Interfaith dating


    This week's question comes just in time for me to point you to tonight's Topics on Tap program about Interfaith relationships portrayed in film. We'll be at the Black Sheep at 7:00 watching movie clips, grabbing a drink and learning about this important and relevant topic!

    Dear Miriam,

    I'm engaged, and my fiance is converting to Judaism. We're taking classes together, starting to do Shabbat at home, and really loving the transition, but we're getting pushback from some friends and family, especially on his side. How can we balance our excitement about our journey with our disappointment of not being accepted by those we love?

    Interfaith, but  not for long

    Dear Interfaith,

    Mazel tov! It sounds like you've found a wonderful guy, and it's great to hear that you're figuring out what your Jewish lives together will look like. What's also wonderful is that they're your lives, and you get to make your decisions based on what's best for the two of you. Of course you want your family and friends to celebrate with you and be happy for you, but figuring our your priorities is the first step.

    An important piece of advice for Jews by choice in general is to find a Jewish community. It's hard for anyone to be Jewish alone, especially if a person is only just discovering what being Jewish means. Of course, your fiance has you, but even a Jewish couple can't exist in a vacuum. So go to some Jewish happy hours, check out the myriad of 20s and 30s events in Philly (if that's your demographic), visit area synagogues, meet with rabbis and clergy who might be able to connect you with other couples in similar situations.

    I also encourage you, as difficult as it is, to be patient. Most brides are not known for having that particularly quality in abundance, but it doesn't sound like your immediate concerns are even about wedding planning, so maybe you can take a step back from things and examine the situation. Maybe his family feels like he's abandoning them, or that he's rejecting his upbringing. Maybe he hasn't told them details of the conversion process and what it means to him, so they feel left out of this huge life event. Maybe, just maybe, you're projecting some of your own apprehension onto your loved ones.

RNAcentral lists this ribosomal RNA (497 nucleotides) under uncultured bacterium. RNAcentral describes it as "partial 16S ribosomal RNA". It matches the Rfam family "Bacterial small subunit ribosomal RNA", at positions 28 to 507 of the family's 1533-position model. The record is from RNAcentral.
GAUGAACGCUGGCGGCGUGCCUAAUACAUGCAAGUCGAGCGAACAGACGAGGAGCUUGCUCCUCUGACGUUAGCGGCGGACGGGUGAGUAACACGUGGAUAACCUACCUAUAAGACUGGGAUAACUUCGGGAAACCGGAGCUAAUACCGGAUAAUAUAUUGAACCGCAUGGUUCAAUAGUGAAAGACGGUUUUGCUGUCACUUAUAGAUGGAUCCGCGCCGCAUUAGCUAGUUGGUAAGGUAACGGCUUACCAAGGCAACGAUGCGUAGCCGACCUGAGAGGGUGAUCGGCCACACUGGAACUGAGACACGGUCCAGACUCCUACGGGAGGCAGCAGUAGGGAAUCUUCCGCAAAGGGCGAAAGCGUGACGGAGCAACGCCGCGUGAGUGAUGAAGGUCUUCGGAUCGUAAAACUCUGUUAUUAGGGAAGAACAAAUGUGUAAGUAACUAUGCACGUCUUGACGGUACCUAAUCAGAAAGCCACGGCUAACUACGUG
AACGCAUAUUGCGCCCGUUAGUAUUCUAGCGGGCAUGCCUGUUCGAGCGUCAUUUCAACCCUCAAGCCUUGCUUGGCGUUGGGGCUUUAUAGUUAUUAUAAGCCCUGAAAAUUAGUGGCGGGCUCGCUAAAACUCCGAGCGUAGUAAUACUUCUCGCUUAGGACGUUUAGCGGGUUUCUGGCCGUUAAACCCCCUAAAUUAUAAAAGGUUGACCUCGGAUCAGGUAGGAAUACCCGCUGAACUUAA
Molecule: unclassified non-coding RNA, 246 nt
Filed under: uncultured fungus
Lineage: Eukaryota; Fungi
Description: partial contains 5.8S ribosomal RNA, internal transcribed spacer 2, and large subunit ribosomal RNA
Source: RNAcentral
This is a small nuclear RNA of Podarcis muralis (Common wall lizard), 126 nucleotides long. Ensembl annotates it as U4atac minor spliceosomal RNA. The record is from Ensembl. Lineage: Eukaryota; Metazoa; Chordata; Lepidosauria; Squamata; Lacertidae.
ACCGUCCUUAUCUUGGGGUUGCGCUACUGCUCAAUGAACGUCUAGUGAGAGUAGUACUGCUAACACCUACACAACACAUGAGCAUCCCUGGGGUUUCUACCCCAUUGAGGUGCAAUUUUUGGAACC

There are a dozen other scenarios that could be going through anyone's mind, and none of these possibilities are meant to be criticisms in any way. Conversion is a big deal, and so is marriage, and it might take some people a little longer to get used to the idea than others, which doesn't mean they won't eventually come around and embrace you, your fiance, and your decisions, hopefully in time to dance at your wedding.

    You can help your fiance's side by inviting them to celebrate Shabbat and holidays with you, making your celebrations accessible to newcomers and joyfully and graciously continuing to join them for the holidays from your fiance's tradition. As for your side, you can remind them that converts have a long and welcome history within Judaism, and you can send them this article for some proof.

    However, some people may never embrace you as fully as you would like, and that's where you and your fiance will need to rely on each other and the strength of your relationship and your commitment to Judaism. This article has some helpful things to say about lingering negative attitudes, which might provide the two of you with tools for responding to criticism. I also suggest, which provides a lot of resources for you as a couple and for your family and friends.

    Wishing you and your fiance lots of luck! Be well,